KJIPUKTUK (Halifax) – The recently tabled 2021-22 Provincial Budget seems to provide substantial and long overdue new funding for Long-Term Care (LTC), but it still fails to present a concerted plan of action on the real crisis in LTC in Nova Scotia in the short-term, and certainly, for the longer-term.
The Rankin government has said in this year’s Budget Address that they are: “committed to doing better for our seniors in long-term care facilities and in our communities”. This sounds encouraging, but what does this mean in real, concrete terms?
Single-year billion dollar investment
The Budget Address points out that this is the first year where (for) a single-year billion-dollar investment in continuing care; however, roughly $900 million was (actually) budgeted for continuing care in 2019/2020. So, for this year, there is approximately $100 million in new spending on continuing care, not $1.05 billion.
Of this $1.05 billion, only $700 million is for long-term care (LTC). Approximately $300 million is in Home Care, and another $3 million is budgeted for Adult Protection. While these raw numbers seem large, they follow years of funding “increases” which barely kept pace with inflation. Past budgets also failed to account for the increased number of patients and residents entering hospitals and LTC facilities with a higher level of acuity.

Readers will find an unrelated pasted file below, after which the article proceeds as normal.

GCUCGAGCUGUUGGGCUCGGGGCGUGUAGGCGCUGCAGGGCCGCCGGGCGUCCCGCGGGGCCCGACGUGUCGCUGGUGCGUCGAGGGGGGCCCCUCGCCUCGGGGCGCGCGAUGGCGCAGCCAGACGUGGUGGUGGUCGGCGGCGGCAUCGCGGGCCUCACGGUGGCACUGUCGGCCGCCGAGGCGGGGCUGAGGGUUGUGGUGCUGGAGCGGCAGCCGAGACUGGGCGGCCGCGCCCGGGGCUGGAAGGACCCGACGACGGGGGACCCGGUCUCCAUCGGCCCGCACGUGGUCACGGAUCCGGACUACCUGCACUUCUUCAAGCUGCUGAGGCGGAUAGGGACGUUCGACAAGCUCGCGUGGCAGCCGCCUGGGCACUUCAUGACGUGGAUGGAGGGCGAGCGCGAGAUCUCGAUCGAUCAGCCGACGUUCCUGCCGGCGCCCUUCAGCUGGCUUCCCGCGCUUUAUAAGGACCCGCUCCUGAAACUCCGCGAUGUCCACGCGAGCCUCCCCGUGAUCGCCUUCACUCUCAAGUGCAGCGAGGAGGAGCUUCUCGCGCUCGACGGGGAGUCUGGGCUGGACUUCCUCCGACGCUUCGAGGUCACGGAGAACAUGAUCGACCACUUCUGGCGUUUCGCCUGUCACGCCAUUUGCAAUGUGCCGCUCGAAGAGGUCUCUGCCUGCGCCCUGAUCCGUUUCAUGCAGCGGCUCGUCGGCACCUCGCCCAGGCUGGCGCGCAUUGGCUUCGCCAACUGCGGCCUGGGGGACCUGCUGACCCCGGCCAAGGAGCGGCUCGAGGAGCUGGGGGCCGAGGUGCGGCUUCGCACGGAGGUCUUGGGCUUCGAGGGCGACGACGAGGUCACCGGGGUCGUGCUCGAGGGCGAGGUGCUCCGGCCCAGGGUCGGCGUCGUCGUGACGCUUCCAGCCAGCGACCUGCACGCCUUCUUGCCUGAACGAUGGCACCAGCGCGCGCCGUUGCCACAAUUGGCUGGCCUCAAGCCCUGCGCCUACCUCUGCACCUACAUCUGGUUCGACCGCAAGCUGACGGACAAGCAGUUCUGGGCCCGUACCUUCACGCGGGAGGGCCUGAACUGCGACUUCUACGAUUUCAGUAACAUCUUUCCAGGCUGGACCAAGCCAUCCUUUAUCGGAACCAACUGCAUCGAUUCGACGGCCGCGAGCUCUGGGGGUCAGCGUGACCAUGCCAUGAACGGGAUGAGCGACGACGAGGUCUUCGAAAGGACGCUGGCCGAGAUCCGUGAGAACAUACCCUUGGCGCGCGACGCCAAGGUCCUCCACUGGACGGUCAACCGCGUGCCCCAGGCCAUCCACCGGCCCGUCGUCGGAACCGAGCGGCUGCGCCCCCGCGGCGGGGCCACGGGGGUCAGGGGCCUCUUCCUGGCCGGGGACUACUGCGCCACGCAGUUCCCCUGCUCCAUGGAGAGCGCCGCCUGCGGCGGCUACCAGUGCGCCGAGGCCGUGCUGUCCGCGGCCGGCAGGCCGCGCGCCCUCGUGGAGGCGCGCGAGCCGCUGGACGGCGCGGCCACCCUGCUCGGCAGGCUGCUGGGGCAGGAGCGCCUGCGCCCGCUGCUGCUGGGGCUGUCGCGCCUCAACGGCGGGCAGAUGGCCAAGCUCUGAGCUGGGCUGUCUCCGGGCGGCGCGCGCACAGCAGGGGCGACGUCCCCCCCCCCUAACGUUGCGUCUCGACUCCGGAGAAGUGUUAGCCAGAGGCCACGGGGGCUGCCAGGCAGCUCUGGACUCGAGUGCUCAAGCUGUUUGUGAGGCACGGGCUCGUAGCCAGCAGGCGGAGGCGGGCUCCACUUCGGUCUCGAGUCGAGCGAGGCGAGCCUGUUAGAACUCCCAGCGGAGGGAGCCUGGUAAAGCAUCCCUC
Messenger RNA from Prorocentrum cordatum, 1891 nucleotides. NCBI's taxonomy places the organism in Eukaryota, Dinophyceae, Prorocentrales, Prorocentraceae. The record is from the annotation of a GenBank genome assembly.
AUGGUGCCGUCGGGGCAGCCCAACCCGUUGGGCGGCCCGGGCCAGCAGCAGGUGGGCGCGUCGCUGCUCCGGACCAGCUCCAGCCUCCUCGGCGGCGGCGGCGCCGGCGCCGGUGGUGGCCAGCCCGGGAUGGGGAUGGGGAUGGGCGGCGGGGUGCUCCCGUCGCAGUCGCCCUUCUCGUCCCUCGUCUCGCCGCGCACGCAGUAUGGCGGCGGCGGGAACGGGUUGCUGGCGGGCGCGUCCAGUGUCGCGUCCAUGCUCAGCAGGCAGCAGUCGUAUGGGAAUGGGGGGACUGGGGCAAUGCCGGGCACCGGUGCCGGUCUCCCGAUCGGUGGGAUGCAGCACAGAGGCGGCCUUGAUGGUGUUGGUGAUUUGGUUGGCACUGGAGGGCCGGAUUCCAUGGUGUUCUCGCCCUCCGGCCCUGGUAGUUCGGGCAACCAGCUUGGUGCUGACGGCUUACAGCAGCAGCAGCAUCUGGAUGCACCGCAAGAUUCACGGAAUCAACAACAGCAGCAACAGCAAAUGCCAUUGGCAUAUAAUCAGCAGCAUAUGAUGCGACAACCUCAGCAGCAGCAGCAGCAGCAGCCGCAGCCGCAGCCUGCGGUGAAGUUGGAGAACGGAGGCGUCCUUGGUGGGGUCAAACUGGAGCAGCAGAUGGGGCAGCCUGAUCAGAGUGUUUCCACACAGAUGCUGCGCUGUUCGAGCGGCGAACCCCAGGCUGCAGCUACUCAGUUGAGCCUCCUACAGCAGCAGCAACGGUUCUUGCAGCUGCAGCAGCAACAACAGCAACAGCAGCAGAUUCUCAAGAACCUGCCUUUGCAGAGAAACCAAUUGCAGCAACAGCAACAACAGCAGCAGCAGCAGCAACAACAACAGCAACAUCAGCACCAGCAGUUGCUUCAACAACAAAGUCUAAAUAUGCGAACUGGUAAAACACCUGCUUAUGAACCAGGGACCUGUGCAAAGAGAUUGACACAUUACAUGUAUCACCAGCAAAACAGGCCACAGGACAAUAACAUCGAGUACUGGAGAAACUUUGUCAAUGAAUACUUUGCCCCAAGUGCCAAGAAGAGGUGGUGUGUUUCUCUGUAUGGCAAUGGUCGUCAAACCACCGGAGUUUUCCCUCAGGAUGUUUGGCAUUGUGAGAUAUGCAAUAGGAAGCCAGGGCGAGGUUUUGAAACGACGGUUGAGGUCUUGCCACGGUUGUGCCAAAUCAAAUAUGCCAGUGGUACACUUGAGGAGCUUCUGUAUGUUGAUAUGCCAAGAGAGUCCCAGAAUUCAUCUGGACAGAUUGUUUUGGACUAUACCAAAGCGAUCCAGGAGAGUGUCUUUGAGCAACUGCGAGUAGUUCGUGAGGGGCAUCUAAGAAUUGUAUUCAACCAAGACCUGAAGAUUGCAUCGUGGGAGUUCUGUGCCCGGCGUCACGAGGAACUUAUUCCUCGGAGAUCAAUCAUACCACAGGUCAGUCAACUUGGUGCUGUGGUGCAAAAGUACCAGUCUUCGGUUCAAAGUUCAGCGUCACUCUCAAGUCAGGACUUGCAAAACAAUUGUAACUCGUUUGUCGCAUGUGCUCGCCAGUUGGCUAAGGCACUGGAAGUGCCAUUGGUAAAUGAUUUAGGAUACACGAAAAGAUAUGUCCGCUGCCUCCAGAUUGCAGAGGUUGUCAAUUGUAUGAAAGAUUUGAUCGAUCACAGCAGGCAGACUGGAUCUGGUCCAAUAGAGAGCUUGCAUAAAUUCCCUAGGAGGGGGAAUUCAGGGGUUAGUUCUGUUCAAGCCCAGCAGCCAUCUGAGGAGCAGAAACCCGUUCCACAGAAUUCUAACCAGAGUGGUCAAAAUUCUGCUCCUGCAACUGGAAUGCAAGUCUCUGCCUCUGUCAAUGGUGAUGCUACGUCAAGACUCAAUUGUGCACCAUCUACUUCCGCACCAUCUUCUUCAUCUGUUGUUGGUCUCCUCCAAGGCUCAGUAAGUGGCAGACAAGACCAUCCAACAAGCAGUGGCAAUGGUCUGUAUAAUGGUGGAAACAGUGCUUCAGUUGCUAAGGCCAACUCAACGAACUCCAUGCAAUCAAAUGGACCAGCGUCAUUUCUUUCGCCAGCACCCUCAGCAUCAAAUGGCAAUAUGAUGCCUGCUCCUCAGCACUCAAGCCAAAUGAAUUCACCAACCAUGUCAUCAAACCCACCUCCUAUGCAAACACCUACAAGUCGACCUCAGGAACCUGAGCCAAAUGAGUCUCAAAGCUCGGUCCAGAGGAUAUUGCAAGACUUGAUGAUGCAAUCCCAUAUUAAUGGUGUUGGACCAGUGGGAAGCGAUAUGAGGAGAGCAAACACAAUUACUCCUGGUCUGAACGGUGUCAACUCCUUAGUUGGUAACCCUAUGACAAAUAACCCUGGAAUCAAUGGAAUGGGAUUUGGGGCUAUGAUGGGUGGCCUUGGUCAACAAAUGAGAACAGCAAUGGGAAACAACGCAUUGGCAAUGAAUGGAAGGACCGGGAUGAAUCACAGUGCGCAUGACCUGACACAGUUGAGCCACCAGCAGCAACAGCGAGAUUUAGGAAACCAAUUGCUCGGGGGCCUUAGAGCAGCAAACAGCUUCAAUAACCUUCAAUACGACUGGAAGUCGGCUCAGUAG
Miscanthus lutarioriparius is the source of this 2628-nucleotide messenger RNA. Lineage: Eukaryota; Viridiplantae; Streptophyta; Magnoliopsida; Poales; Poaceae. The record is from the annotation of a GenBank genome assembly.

Furthermore, it is still unclear how much of this is new, ongoing spending by the provincial government, and how much is temporary COVID spending or flow-through monies from federal government programs.
Minister’s Expert Panel on Long-Term Care
This year’s Budget provided more money to implement recommendations from the Minister’s Expert Panel on Long-Term Care for the second Budget in a row. This task force was set up in September 2018 and reported in January 2019. Last year’s Budget provided $2.8 million to enhance long-term care in Nova Scotia based on the Panel’s report.
This year’s budget provides $22.6 million to continue implementation of the LTC Expert Panel Recommendations, including $10.3M related to COVID-19 LTC assistants. These positions were originally supposed to be a temporary fix, meant as a stop gap until more Continuing Care Assistants (CCAs) could be recruited, trained, and hired. This budget does not provide adequate funds to improve recruitment and retention of CCAs..